"I tried to provide a case for seeing common ground between those two positions," Hacker said. "There's certainly a strong political argument that single payer is not feasible. Threatening (employer) coverage is a political nonstarter, and moving all health care spending onto the public budget is virtually impossible in the current fiscal climate."

Estimates showed his public plan would end up covering about half of workers and their families - giving the government a powerful position in the market.

On the other side of the country, a Berkeley health policy professor had already come up with the idea of a head-to-head competition in which individuals would choose between a government plan and private plans. Helen Halpin proposed such a scheme in 2002 for California, and the following year she retooled it as a national proposal.

Called the CHOICE Option, Halpin's plan amounted to a referendum on whether government coverage or a private plan is better. It's close to the spirit of what Democrats are now proposing.

"May the best model win," Halpin said. "Depending on the preferences of the population, the system could evolve to single payer, but it would be a totally voluntary transition." Her bet: The government plan wins.

Edwards' health care adviser, Peter Harbage, said he was familiar with both Halpin's idea and Hacker's proposal, and they were discussed in the campaign's deliberations.

"What Helen had here was the idea of choice, and choice as an option," said Harbage, now at the Center for American Progress. "The catch phrases people are using today were part of her paper."

Edwards decided on his plan after the campaign set up a private teleconference debate that featured two independent policy experts. One argued for a government-run system, while the other defended a market-based approach like Massachusetts has.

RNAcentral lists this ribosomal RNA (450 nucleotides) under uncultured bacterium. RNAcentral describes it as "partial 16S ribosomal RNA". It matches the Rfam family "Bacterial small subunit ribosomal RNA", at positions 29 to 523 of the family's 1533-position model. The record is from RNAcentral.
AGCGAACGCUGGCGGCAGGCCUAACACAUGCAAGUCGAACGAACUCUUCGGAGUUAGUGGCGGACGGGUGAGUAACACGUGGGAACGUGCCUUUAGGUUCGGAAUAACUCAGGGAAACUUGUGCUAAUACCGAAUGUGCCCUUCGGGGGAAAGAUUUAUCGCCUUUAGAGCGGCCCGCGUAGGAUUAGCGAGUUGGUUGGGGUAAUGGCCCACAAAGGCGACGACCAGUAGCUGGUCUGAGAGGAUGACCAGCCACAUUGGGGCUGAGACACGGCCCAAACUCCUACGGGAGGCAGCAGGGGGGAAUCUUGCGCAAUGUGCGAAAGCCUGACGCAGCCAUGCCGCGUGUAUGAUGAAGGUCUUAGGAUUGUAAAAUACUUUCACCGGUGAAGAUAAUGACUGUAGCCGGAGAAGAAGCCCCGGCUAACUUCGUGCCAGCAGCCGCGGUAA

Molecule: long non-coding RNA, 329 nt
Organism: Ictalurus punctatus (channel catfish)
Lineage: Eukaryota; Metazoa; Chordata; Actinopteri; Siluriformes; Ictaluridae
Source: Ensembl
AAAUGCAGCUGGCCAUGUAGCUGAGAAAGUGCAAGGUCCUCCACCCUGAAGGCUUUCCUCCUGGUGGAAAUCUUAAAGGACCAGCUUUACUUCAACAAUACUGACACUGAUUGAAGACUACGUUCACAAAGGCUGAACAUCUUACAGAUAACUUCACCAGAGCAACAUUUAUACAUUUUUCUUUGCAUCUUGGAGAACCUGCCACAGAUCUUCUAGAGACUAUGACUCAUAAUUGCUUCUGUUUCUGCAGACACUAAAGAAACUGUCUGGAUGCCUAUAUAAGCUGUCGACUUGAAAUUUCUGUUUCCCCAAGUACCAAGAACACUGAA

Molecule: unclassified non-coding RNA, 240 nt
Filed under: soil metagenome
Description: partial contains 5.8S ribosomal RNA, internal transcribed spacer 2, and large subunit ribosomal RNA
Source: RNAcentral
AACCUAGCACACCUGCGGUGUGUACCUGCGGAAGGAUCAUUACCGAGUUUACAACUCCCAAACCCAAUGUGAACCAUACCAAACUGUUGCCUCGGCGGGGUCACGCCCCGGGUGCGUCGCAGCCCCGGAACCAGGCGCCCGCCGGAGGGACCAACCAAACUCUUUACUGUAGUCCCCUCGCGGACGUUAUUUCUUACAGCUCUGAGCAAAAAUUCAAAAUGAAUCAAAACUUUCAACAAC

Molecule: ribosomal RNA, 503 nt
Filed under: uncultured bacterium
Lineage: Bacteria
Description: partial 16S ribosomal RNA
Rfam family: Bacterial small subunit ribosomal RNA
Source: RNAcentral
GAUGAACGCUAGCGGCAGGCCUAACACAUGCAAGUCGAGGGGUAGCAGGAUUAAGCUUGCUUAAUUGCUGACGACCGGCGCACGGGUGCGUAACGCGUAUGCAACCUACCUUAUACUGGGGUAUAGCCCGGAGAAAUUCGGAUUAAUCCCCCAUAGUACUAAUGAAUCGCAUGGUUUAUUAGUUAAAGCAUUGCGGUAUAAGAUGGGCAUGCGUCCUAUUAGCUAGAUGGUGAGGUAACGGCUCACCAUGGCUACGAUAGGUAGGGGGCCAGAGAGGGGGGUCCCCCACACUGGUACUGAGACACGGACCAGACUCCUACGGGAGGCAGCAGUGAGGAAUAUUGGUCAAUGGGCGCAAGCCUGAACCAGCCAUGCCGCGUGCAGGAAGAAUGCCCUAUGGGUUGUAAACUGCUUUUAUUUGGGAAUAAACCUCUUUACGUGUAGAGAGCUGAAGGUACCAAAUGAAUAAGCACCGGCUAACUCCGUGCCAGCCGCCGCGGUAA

"We were both walking around with phones," said Elizabeth Edwards. "I was listening in." After the debate, her husband decided to go for the market-based approach - with a public option added.

Later on, Obama and Hillary Rodham Clinton adopted the public plan. It wasn't controversial in the Democratic primaries, and Republican John McCain did not make a major issue of it in the general election.

Halpin went on to serve as a health policy adviser to the Obama campaign, where she worked on the public plan. She's since returned to academia. Hacker remains a leading spokesman for the idea.

The idea remains popular with the public: A Kaiser Family Foundation poll this week found 59 percent of Americans support it.

©2009 The Associated Press. All rights reserved. This material may not be published, broadcast, rewritten or redistributed.

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JerryPark
3 / 5 (2) Aug 22, 2009
Any expansion of government health care in competition with private insurance will inevitably lead to single payer public insurance.

Compromise positions are just a more palatable way to get the same result -- government run health care.

If you challenge the above, consider this: How many people over the age of 65 are covered by private insurance? When Medicare was created, it rapidly became the single primary payer for everyone over 65.
Caliban
2.3 / 5 (3) Aug 22, 2009
How many people over the age of 65 can AFFORD the inflated rates charged by insurance companies for coverage to persons over the age of 65, Mr Park?

Most seniors struggle to pay for their supplementary coverage(private insurance) which pays their Medicare deductibles, copays, and other out-of-pockets.